A man who set fire to three men, two in a pub garden, has been detained under the Mental Health Act.
Mitchell Dean, 22, from Laindon, Essex, torched the two men who were drinking in the garden of the Rainbow and Dove pub, in Leicester, in October 2011.
A week earlier he had doused a friend in petrol and threw a match at him, Basildon Crown Court heard.
Dean was detained indefinitely after pleading guilty to arson and three charges of grievous bodily harm.
Sentencing Dean at Basildon Crown Court, Judge David Owen-Jones said: "The physical and psychological effects on these three young men are agonising.
"Their lives have been shattered at a very young age.
"They're three young lads who had so much to look forward to in life."
'Friend resisted kiss'
Dean had known 20-year-old David Chaplin for three years when he set fire to him in the early hours of 19 October 2011.
The court heard they shared 15 beers at Mr Chaplin's flat in Basildon and Dean attempted to kiss his friend on the cheek.
Mr Chaplin resisted, saying he "didn't feel that way", the court heard.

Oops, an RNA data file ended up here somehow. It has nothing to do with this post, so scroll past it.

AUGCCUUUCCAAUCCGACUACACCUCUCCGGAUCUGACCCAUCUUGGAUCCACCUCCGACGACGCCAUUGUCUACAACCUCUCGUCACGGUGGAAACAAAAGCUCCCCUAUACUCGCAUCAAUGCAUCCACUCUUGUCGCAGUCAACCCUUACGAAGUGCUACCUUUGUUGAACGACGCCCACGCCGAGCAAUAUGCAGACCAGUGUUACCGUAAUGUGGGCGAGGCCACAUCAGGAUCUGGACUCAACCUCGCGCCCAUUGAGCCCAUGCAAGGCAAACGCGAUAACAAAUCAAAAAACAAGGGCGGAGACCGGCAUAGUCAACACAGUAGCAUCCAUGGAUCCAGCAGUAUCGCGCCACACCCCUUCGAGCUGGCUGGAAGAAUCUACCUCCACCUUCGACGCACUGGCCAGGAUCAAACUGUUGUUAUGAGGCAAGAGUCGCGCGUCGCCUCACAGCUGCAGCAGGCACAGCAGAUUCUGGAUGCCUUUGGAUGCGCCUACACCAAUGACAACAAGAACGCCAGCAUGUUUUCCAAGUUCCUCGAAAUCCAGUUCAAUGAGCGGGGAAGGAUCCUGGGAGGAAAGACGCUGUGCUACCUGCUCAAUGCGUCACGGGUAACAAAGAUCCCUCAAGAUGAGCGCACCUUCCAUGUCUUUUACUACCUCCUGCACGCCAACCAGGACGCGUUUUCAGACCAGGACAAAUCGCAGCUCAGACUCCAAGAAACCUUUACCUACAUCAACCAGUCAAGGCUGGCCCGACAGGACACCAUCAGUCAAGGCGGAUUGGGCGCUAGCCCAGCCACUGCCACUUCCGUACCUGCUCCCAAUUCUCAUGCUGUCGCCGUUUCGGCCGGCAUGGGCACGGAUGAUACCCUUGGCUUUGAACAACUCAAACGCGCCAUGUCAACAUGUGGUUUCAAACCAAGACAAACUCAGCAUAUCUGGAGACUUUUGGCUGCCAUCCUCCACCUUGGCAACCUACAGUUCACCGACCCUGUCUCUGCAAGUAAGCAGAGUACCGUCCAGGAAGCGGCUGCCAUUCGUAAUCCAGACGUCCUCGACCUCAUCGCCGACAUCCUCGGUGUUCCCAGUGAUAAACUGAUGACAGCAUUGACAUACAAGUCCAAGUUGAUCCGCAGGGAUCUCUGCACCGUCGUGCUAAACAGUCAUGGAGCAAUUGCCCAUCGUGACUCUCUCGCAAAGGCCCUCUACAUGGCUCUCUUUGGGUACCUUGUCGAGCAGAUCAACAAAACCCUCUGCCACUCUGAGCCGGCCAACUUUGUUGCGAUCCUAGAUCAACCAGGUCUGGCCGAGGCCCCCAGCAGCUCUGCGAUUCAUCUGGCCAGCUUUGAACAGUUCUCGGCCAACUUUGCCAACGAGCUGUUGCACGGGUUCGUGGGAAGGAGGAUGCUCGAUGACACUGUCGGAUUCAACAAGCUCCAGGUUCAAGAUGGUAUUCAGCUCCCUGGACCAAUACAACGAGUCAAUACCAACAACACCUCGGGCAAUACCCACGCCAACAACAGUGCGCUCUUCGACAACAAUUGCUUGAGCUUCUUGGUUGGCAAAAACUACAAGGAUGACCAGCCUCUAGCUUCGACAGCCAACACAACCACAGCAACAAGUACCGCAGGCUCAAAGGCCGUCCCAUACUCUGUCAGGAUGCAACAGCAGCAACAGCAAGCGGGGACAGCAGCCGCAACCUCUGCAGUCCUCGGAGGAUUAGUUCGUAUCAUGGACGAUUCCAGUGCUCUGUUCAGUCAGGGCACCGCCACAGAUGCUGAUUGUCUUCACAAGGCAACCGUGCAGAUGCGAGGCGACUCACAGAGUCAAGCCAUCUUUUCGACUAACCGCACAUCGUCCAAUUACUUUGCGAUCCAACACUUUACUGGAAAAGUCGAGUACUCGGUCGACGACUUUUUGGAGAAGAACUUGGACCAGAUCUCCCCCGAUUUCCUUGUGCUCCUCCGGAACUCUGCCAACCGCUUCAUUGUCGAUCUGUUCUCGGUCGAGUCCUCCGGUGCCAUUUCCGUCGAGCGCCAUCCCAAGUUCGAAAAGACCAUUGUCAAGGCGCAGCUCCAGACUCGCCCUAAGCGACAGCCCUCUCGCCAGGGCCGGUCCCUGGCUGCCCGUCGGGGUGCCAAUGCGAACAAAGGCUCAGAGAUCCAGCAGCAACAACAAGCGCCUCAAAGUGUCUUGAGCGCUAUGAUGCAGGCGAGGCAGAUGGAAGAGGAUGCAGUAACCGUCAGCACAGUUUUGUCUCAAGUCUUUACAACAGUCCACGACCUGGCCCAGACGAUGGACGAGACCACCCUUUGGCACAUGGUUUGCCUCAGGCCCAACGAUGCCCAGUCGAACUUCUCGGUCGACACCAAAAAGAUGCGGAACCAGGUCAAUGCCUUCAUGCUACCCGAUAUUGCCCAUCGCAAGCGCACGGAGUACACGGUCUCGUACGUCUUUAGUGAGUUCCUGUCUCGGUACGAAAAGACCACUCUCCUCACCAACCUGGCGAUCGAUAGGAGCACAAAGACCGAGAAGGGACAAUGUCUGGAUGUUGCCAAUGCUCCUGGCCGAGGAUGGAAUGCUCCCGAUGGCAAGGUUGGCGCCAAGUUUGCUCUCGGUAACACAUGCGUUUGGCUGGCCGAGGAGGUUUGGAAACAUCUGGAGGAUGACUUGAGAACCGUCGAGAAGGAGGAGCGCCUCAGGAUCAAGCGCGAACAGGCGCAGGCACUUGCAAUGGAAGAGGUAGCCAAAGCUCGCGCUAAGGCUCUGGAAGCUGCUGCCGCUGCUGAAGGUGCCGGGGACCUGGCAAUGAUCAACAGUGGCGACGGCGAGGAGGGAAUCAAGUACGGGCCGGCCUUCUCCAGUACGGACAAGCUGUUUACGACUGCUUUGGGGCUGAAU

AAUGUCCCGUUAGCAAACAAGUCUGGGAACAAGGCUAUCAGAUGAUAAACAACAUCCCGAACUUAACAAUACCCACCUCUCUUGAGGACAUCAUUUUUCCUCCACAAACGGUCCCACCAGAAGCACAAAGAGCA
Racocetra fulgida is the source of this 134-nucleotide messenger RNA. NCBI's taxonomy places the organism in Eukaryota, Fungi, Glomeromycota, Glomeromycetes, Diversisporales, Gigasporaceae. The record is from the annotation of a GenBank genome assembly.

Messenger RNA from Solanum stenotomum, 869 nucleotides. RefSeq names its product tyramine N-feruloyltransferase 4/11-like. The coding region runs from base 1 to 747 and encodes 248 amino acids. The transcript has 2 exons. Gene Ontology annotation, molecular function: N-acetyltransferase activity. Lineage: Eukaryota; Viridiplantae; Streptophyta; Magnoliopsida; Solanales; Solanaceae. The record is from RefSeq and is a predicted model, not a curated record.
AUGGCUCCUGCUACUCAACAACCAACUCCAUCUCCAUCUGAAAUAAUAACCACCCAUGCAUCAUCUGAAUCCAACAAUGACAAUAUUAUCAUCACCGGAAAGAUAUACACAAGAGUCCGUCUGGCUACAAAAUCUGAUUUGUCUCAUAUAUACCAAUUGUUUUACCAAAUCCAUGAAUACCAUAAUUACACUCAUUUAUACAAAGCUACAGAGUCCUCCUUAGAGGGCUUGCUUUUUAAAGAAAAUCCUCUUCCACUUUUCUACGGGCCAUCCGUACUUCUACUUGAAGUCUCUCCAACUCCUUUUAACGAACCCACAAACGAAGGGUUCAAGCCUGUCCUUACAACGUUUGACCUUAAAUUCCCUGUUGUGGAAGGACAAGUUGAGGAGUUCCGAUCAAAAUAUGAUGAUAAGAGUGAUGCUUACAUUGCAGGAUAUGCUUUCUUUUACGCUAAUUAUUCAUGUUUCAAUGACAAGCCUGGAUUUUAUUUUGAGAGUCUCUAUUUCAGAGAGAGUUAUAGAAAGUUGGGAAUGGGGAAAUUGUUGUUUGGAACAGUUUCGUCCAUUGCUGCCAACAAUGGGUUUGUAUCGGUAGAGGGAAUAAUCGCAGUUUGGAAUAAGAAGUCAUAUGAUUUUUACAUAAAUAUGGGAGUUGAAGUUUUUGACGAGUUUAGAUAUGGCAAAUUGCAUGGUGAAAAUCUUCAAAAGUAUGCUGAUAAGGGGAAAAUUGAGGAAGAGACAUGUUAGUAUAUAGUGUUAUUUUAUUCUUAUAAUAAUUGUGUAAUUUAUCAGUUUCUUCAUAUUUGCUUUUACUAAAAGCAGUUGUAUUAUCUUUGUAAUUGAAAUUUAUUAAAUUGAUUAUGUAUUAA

Dean then doused his friend with petrol, threw a match at him and fled the scene, leaving him on fire.
Mr Chaplin had 25-27% burns predominantly on his head, face and hands, had his finger tips amputated and was permanently scarred.
Russell Banks, 21 at the time, and Robert Laszewski, who was 20, were drinking together at the Rainbow and Dove on 25 October when Dean threw an accelerant at them, believed to be petrol.
Both were engulfed in flames and CCTV recorded Dean leaving the scene with his jacket on fire.
Mr Banks suffered 32% burns to his body, and has permanent scarring on his head, face, hands and neck while Mr Laszewski was burnt on his arms and face.
Barry Chaplin, whose son David was going to start work as a carpenter before he was attacked, said his son is no longer able to work.
The court heard Dean had suffered from paranoid schizophrenia for three years before he was diagnosed and was obsessed with fire.
He would set fires in open spaces, once set fire to a goose, and threatened to set fire to horses in a field until Mr Chaplin stopped him.
Cyrus Shroff, defending, said: "He seems now to have finally accepted that he has an illness that has caused him to behave this way.
"He has experienced genuine remorse."